Doing the right thing by the author and the reader

Over the last week, we’ve had a riveting discussion on the ISC-L forum.

It started because a Canadian indexer was indexing a book on racism in the US, and had asked an American indexer for advice on approaching the language. For the benefit of ISC-L forum readers, the American indexer posted the very useful guidance that she gave to the Canadian indexer.

That post started a flood of comments about our struggles in indexing books that deal with difficult issues.

We really want to do the right thing by the author and the reader.

As indexer Alicia Peres put it very eloquently:

As indexers, we are acutely aware that our work comes at the end of the publication process, and we must deal with the text as it has been written. Yet, in dealing with the terms readers are likely to look for, we are not without influence, both in educating readers through terminology and in how we select and word index listings.

Alicia wrote these words not for the forum, but in her invitation to Gregory Younging, a Member of Opsakwayak Cree Nation in Northern Manitoba, the Indigenous Studies Program Coordinator at University of British Columbia Okanagan, and author of “Elements of Indigenous Style.”

And that is how she convinced Dr. Younging to come to Winnipeg to speak at our conference.

Learn first-hand from an author who has thought deeply about language when you come to the ISC/SCI conference on June 8-9.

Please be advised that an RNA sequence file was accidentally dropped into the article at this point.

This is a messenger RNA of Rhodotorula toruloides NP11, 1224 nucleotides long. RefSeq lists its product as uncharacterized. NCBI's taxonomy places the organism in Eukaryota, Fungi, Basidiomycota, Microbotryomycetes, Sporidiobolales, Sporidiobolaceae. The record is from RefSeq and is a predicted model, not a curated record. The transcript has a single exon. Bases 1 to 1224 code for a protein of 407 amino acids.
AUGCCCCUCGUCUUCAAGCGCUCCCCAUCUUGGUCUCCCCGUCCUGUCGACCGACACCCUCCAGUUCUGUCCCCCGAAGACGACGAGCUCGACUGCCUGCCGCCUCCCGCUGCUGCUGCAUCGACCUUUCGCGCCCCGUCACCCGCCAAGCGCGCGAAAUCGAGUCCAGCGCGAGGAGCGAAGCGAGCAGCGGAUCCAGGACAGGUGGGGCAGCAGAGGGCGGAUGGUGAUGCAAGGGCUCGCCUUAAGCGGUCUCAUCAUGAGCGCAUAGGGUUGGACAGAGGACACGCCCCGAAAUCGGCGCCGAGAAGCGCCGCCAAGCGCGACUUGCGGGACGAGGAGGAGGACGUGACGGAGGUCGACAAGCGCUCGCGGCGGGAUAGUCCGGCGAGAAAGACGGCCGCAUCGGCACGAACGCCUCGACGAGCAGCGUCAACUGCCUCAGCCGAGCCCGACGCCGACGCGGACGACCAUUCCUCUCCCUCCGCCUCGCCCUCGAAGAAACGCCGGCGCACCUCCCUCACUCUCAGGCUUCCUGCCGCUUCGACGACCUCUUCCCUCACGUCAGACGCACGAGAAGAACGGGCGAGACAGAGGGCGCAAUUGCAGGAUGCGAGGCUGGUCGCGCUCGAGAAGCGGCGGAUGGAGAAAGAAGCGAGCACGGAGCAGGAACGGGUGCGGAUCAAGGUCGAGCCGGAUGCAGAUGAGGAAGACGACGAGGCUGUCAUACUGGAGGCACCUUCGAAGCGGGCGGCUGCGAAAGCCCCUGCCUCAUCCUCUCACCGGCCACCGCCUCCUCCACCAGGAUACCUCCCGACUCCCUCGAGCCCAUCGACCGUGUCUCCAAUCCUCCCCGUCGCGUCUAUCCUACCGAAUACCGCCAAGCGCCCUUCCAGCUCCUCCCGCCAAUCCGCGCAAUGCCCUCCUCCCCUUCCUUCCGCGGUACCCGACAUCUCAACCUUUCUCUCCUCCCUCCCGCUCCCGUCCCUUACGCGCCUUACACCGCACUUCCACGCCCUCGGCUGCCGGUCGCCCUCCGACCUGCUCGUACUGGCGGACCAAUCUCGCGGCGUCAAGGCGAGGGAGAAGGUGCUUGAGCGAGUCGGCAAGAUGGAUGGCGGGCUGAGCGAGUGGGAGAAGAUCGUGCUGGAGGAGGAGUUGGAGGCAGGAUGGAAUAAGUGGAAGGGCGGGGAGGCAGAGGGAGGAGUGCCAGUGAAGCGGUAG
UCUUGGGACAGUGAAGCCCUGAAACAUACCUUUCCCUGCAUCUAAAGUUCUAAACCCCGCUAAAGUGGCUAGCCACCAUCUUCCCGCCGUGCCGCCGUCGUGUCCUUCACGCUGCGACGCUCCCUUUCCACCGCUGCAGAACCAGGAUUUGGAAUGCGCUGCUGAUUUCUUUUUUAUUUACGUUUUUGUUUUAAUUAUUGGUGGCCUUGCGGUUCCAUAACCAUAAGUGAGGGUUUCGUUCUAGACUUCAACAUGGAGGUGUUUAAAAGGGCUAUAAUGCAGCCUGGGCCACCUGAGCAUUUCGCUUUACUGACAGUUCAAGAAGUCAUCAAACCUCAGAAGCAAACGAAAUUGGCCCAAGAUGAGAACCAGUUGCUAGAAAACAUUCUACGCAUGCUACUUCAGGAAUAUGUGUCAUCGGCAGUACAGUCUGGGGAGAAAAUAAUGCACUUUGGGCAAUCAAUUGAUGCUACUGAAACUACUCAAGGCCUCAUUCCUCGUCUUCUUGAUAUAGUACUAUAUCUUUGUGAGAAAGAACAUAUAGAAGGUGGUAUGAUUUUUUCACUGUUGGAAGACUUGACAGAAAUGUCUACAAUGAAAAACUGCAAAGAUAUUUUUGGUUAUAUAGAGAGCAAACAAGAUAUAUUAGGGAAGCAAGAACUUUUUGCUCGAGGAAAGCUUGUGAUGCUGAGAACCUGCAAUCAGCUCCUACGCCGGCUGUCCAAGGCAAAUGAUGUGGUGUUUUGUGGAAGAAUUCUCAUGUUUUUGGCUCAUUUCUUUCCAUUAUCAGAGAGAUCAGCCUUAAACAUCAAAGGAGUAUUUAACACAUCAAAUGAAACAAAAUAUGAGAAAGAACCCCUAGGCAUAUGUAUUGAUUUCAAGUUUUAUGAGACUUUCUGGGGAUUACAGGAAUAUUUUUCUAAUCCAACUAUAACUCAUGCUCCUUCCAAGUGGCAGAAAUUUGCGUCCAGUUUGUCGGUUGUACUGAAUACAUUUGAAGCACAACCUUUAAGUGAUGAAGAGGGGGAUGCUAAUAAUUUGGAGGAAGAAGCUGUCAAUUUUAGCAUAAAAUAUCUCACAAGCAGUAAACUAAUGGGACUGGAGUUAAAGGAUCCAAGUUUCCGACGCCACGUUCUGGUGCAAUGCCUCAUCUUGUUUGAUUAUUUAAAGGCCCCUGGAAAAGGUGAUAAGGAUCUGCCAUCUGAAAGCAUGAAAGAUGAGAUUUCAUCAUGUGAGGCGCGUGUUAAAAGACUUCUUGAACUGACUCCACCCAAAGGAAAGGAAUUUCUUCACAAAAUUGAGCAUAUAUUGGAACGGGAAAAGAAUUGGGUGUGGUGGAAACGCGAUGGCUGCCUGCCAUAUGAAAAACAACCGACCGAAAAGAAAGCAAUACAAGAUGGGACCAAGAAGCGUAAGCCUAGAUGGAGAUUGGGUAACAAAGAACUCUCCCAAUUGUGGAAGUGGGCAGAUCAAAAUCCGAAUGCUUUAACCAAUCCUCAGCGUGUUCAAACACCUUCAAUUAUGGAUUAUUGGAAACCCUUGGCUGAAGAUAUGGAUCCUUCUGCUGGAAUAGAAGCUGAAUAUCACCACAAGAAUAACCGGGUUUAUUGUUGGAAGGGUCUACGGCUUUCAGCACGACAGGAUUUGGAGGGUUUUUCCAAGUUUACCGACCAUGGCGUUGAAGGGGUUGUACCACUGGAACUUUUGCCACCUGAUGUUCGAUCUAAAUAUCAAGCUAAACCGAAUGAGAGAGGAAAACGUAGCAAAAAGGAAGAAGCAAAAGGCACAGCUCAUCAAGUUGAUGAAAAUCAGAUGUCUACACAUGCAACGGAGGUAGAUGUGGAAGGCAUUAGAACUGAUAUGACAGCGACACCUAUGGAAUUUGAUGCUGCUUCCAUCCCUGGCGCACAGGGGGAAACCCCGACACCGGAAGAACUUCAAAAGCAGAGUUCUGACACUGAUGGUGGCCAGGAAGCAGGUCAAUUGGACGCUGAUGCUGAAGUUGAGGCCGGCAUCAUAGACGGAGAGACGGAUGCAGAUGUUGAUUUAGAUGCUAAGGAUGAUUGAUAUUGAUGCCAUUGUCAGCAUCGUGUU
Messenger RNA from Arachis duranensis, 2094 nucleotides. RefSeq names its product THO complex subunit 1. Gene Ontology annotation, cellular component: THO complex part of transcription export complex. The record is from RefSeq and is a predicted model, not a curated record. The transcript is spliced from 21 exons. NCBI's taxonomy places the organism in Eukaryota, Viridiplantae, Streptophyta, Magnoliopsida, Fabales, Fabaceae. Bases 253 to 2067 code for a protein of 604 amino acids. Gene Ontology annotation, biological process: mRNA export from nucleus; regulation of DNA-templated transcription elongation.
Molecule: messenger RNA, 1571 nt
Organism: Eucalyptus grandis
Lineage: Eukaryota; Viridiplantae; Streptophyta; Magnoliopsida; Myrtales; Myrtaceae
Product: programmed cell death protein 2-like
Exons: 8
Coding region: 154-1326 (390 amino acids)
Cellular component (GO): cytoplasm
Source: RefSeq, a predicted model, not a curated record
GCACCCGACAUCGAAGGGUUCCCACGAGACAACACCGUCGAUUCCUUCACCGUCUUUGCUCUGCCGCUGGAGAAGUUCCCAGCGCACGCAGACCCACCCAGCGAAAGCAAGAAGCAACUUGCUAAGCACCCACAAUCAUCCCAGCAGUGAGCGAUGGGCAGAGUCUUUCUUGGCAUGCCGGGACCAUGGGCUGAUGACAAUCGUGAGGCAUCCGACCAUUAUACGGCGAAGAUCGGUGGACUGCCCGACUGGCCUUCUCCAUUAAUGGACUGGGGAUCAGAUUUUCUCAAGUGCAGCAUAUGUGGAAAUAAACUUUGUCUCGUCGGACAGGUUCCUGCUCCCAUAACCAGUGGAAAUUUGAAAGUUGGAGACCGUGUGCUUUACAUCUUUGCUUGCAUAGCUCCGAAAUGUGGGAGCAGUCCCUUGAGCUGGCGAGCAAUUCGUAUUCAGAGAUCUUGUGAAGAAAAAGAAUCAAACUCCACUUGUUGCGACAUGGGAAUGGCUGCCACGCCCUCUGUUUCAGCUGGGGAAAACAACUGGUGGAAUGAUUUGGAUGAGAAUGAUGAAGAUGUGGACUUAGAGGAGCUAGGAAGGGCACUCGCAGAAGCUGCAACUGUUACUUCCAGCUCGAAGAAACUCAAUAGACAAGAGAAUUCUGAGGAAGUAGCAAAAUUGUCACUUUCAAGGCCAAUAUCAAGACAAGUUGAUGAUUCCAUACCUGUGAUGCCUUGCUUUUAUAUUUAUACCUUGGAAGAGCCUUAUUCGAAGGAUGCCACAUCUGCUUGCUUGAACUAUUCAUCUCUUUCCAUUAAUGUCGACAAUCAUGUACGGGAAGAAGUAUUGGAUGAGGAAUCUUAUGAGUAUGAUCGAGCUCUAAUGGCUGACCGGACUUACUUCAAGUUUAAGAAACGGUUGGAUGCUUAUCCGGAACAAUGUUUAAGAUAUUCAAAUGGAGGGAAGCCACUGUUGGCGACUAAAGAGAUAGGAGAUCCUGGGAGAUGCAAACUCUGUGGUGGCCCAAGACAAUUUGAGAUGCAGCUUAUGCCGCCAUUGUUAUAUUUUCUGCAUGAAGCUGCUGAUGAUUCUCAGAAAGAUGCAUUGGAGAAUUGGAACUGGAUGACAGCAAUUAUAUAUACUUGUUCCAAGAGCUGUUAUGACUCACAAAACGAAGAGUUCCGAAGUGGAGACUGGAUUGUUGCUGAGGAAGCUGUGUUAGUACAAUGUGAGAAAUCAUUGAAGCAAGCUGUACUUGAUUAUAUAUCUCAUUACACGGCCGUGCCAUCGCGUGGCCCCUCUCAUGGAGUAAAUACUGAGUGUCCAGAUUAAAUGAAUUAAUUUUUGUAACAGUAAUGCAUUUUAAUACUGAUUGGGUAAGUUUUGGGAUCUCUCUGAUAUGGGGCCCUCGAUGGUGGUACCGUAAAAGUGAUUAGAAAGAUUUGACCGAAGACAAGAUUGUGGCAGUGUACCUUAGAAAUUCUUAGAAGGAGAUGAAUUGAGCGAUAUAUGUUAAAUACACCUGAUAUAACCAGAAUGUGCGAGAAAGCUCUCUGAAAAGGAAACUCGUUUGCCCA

Three Indexing Courses

Three indexing courses are being taught by ISC/SCI members:

  • Indexing: Theory and Application (University of California at Berkeley Extension – taught by Heather Ebbs, an ISC/SCI past president, as well as U.S. indexers Sylvia Coates and Fred Leise and Australian indexer Max McMaster)
  • Indexing for Books, Journals, and Reports (Ryerson University – taught by Mary Newberry, past ISC/SCI co-president)
  • Indexing: An Essential Art and Science (Simon Fraser University – taught by Audrey McClellan and Iva Cheung)

These courses represent excellent opportunities to learn from experienced members of the Society. For more information on these and other indexing courses, seminars, and workshops, please go to the Education and Training section of the Resources page.

Charging for Indexing Services

“How much?”

It’s one of the first questions from clients and new indexers. But as with almost any fee for service, there is no hard and fast answer.

In a survey done by ISC/SCI in spring 2008, members were asked what they charge, and how, and the answers varied widely (see Bulletin, Vol. 30, No 3 [Summer 2008], p. 28-32), with hourly rates ranging from $20 to $65, typeset page rates ranging from $1.85 to $10 and manuscript page rates ranging from $3 to $8.

[…]Charging for Indexing Services